In terms of warmth-retention, nothing beats air. The major design component of any cold weather gear is aimed towards capturing and utilizing air. Air creates a buffer between temperature layers, trapping heat energy efficiently. In most types of cold weather gear, the balance is between the material and the amount of "loft" (air trapping) it can accomplish.
Traditional goose down, for example, uses the thin-fibered, fluffy down of the goose to create space that traps air. The down itself is encased in materials meant to prevent a lot of air exchange from one layer to another. Wool and other materials do something similar, trapping air inside the fibers for the same purpose. This is why sheep look so fluffy.
NASA took a different approach for space exploration. Size, bulk, and weight are vitally important to space missions – the less of each the better. To achieve this scientists at NASA turned to aerogel; a synthetic material that traps large amounts of air in small spaces, reducing bulk and weight. The material can be thin enough to be worn as a light jacket or thin pants. Yet can withstand arctic (or space) temperatures with ease. Hydro- and aerogels have been around for over 70 years, but until recently they have only been applicable to solid surfaces.
The trouble NASA had to overcome was the brittle nature of aerogels, which often collapsed under light pressure. They eventually solved this issue with better silicate design and drying processes, which made the silica flexible and able to withstand pressure.
Silica and polymer gels are made through chemical processes that create nanoparticle colloids (called "sols") which are then induced to form into a gel in what is called the sol-gel process. Specifically, an aerogel is created when the chemical process involves removing the liquid used in the sol-gel process and replacing it with air. This is best done through a supercritical drying process that utilizes carbon dioxide. This drying process avoids the pressures created when liquids attempt to evaporate through the tiny pores of the gel.
Oros calls its proprietary aerogel blend SolarCore. It contains about 90 percent air and the makers say it retains breathability and stretchiness while being two to eight times more efficient than traditional insulation.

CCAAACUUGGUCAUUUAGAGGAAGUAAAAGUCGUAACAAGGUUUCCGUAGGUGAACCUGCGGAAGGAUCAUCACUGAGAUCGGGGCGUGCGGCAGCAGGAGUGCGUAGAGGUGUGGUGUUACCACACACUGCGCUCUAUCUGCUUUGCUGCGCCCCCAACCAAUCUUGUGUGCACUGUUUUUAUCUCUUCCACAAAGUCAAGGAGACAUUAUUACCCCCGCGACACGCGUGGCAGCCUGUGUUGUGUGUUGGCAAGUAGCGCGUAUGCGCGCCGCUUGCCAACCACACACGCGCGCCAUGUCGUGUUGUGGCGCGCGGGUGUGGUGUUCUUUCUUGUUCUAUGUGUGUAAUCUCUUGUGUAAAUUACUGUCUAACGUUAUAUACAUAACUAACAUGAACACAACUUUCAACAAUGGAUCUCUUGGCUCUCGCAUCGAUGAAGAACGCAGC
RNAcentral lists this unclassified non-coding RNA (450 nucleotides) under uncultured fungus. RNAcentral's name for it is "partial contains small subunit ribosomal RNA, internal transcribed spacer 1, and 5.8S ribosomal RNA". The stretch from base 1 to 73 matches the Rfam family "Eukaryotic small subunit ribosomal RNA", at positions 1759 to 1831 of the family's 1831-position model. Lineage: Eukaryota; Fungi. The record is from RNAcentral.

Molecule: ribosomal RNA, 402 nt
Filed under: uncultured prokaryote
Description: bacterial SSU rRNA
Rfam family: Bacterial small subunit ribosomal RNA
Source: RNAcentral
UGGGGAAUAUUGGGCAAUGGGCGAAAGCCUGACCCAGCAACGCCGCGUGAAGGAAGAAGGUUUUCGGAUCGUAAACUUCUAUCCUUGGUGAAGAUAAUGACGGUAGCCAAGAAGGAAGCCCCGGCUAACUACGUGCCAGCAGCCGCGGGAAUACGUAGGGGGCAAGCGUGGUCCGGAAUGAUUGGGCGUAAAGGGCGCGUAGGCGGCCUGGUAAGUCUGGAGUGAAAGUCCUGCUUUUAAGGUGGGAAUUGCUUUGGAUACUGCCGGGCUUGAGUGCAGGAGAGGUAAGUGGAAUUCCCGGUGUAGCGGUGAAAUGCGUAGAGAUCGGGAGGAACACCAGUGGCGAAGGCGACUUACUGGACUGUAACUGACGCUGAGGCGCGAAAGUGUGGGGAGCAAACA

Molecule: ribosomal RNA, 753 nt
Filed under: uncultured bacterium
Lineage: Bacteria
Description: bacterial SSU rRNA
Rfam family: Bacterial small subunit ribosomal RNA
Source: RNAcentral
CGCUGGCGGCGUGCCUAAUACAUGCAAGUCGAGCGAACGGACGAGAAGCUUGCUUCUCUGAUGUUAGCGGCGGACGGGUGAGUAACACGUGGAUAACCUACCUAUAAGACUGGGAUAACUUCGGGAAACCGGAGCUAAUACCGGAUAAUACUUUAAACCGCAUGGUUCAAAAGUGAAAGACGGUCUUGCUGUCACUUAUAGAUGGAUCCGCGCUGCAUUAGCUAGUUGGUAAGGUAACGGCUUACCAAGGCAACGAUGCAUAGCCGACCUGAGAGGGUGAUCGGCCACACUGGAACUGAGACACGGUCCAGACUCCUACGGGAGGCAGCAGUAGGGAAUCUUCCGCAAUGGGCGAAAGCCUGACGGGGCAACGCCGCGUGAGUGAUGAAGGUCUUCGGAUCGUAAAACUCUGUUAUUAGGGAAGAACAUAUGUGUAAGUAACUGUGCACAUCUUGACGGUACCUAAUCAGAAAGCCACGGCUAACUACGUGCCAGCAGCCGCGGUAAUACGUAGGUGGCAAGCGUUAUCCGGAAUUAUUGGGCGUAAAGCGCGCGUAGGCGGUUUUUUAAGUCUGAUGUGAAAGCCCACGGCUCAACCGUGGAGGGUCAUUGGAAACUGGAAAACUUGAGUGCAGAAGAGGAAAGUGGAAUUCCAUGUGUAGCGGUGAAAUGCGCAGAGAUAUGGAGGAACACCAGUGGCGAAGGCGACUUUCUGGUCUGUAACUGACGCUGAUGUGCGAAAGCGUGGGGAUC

We've spent some quality time encased in Oros winter gear with SolarCore technology and it stacks up as being excellent in comparison to bulkier gear we've tried before. Living in Wyoming, this author is familiar with all that winter can bring, as well as the rigors that can come with adventuring in that weather while wearing protective gear against it. Bulky coats and thick ski pants are tiring to wear, whether you are snowshoeing or just wandering into the back yard in sub-zero temps to feed chickens.
The Oros equipment is as well-made as any similarly-priced garments on the higher-end ski and snow gear racks. Yet it's indubitably more comfortable and far less restrictive thanks to its light weight and thin construction.
The coat is designed for skiing and similar outdoor activities, with heavy-duty zippers with well-protected teeth, a variety of buttons for added closure, and a zip-off hood. Cinches allow most everything to be tightened against the cold and snow's intrusion while zip-outs allow for added freedom of movement in the shoulders and elbows. A removable waist strap (skirt) cinches down for an extra layer between the coat and snow pants underneath.
The snow pants are similarly well made, with boot socks, an over-zip for closing around boots, and tight front pockets. We noticed that when sitting on cold objects (rocks, chairs) in the cold weather, the SolarCore pants don't compress to give you that cold derriere feeling. Definitely a bonus, and one of the benefits of aerogel's properties, which include being able to withstand over 600 psi of pressure without losing loft.
The gloves to match the pants and coat are well-made for most common tasks (gripping ski poles, climbing, etc.) but not as versatile as are some other options such as fingerless mittens. The touch-sensitive finger tips for mobile device use are a nice touch, as is the "self-heating" feature that traps and circulates heated air from the palms to the fingers, keeping hands warmer.
We sized our Oros gear to match body dimensions and found the fits to be snug. The coat is loose enough to allow a light thermal or fleece to be worn underneath, but the snow pants are best worn alone over nothing more than long johns or bare legs. Ditto with the gloves. For those accustomed to wearing layers, up-sizing when ordering is recommended.
Another minor beef is zipper use with the Oros gloves on. It doesn't happen. The fingers are too thick and the zipper pulls too small to make this possible. We prefer our winter gear to be operable without taking things off.
On the whole, though, Oros gear is excellent. Very much worth the money if you're going to be outdoors during the coldest conditions. Gear runs from about US$118 for the gloves up to about US$500 for jacket and pants.
Check out the Oros gear up against liquid nitrogen in the promo video below.
Product Page: Oros
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